|Business Barometer Index - Level||50.6||48.5 to 55.0||49.4||46.2|
Chicago's PMI sample remains surprisingly depressed, at a June index of 49.4 which is noticeably below the Econoday consensus for 50.6. June is the 4th contractionary reading (sub-50) of the last five months.
The sample's employment is the lowest since November 2009 with backlog orders the lowest since September 2009. Note that weakness in backlogs is a clear negative for future employment. Production, like the main index, is in contraction for the 4th time in five months.
But leading the positive side of the report are new orders which are now back above 50. And in a special question, respondents are cautiously optimistic that new orders will begin to pick up in the third quarter.
More orders are exactly what this sample needs, a sample that tracks all areas of the Chicago economy.
Market Consensus Before Announcement
At what was a much lower-than-expected 46.2, the Chicago PMI sent out an errant red flag in May, signaling trouble for what was mostly a strong month for the economy. A bounce back to slight growth at 50.6 is expected for June.
The Institute For Supply Management - Chicago compiles a survey and a composite diffusion index of business conditions in the Chicago area. Since October 2011, the survey has been conducted by Market News International. Manufacturing and non-manufacturing firms both are surveyed. Hence, it is not directly comparable to pure manufacturing surveys. Readings above 50 percent indicate an expanding business sector.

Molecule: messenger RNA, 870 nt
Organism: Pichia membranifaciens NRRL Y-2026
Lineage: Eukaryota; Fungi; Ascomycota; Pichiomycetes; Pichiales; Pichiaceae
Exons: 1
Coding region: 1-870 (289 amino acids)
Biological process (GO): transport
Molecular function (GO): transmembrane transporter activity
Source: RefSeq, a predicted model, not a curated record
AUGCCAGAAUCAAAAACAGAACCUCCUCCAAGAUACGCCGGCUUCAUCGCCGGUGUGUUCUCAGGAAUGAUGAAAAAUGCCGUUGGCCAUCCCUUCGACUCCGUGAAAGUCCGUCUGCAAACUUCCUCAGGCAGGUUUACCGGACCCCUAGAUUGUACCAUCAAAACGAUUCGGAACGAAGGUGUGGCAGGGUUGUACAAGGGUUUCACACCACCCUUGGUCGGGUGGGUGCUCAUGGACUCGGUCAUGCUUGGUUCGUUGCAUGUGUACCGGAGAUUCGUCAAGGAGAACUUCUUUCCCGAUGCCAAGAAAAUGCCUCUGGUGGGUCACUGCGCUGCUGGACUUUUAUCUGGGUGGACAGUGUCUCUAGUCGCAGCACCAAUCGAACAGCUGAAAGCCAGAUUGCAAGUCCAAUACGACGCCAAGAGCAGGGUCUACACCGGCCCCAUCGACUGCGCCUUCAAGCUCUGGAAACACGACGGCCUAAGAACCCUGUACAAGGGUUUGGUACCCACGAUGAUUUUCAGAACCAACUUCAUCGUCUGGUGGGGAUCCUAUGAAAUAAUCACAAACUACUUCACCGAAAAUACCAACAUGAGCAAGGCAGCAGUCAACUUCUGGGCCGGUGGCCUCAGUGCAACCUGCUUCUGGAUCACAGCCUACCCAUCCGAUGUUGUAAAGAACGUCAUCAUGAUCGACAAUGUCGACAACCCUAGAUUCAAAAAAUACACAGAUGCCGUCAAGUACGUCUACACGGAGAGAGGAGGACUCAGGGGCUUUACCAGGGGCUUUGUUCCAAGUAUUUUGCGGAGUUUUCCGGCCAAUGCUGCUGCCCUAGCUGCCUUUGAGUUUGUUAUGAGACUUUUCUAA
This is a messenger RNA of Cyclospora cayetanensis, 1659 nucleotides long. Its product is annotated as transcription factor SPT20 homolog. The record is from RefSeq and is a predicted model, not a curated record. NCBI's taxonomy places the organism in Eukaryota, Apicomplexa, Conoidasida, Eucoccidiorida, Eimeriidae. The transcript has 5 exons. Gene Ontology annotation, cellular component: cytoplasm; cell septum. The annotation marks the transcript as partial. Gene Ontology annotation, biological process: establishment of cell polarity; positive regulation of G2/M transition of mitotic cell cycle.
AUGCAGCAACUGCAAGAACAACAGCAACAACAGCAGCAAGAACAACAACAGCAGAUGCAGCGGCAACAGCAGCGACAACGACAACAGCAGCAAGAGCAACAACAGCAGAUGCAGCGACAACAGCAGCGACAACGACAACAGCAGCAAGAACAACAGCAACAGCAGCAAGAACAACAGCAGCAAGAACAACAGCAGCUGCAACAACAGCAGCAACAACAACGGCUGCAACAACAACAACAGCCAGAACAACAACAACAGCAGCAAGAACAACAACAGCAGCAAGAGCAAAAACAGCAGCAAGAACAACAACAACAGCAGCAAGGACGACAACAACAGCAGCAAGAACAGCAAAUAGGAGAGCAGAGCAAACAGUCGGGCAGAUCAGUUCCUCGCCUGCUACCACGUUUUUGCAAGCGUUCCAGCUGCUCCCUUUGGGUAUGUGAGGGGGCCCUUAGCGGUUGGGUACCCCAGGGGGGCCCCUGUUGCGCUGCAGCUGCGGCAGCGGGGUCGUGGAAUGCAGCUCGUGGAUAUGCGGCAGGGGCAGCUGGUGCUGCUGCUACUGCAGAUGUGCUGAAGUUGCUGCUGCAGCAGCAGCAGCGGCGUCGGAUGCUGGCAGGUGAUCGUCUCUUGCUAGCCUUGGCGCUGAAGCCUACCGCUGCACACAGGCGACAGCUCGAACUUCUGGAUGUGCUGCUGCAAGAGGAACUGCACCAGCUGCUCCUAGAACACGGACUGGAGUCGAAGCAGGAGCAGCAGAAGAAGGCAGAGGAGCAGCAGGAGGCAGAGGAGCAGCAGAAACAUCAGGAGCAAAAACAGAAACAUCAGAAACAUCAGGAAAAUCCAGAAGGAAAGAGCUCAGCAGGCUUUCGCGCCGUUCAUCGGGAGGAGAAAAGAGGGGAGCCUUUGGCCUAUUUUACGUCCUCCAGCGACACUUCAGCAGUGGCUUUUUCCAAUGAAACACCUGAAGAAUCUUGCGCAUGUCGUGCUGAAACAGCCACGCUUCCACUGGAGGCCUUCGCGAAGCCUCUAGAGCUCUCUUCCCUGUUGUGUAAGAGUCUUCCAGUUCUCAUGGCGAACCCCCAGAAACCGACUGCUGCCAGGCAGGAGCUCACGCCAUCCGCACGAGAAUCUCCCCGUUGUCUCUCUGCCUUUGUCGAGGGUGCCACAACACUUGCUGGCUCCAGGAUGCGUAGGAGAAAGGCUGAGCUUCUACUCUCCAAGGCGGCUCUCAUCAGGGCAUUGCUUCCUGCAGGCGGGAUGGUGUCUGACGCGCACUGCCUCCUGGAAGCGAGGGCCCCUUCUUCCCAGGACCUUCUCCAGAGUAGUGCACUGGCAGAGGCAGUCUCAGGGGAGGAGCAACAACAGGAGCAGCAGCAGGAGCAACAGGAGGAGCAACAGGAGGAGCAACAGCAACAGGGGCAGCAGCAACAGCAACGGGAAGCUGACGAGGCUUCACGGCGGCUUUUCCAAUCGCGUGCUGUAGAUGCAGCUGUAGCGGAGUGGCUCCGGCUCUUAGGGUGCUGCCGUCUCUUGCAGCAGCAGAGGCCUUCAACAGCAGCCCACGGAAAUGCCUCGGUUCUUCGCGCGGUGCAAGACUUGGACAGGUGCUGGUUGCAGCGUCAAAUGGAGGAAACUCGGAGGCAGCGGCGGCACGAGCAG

Although the report is commonly referred to as the Chicago PMI, the official name of this report is ISM - Chicago. ISM stands for Institute For Supply Management while PMI is shorthand for purchasing managers' index.
Investors should track economic data like the Chicago PMI to understand the economic backdrop for the various markets. The stock market likes to see healthy economic growth because that translates to higher corporate profits. The bond market prefers a moderate growth environment that will not generate inflationary pressures. The Chicago PMI gives a detailed look at the Chicago region's manufacturing and non-manufacturing sectors. Many market players, focused on manufacturing, don't realize that non-manufacturing activity is covered in this index. On its own, it can be viewed as a regional indicator of general business activity. Some of the Chicago PMI's sub-indexes also provide insight on commodity prices and other clues on inflation. One should be aware that Market News International releases the monthly report to those with private subscriptions three minutes prior to release to the media. This may account for occasional market activity just prior to public release.
This survey is somewhat local in nature, reflecting overall economic activity in the Chicago area. But many see the Chicago PMI as being representative of the overall economy.
Markets focus on the overall index - the Business Barometer which many refer to as the Chicago PMI. The breakeven point for the index is 50. Readings above 50 indicate positive growth while numbers below 50 indicate contraction. The farther the reading is from 50, the more rapid the pace of growth or decline.
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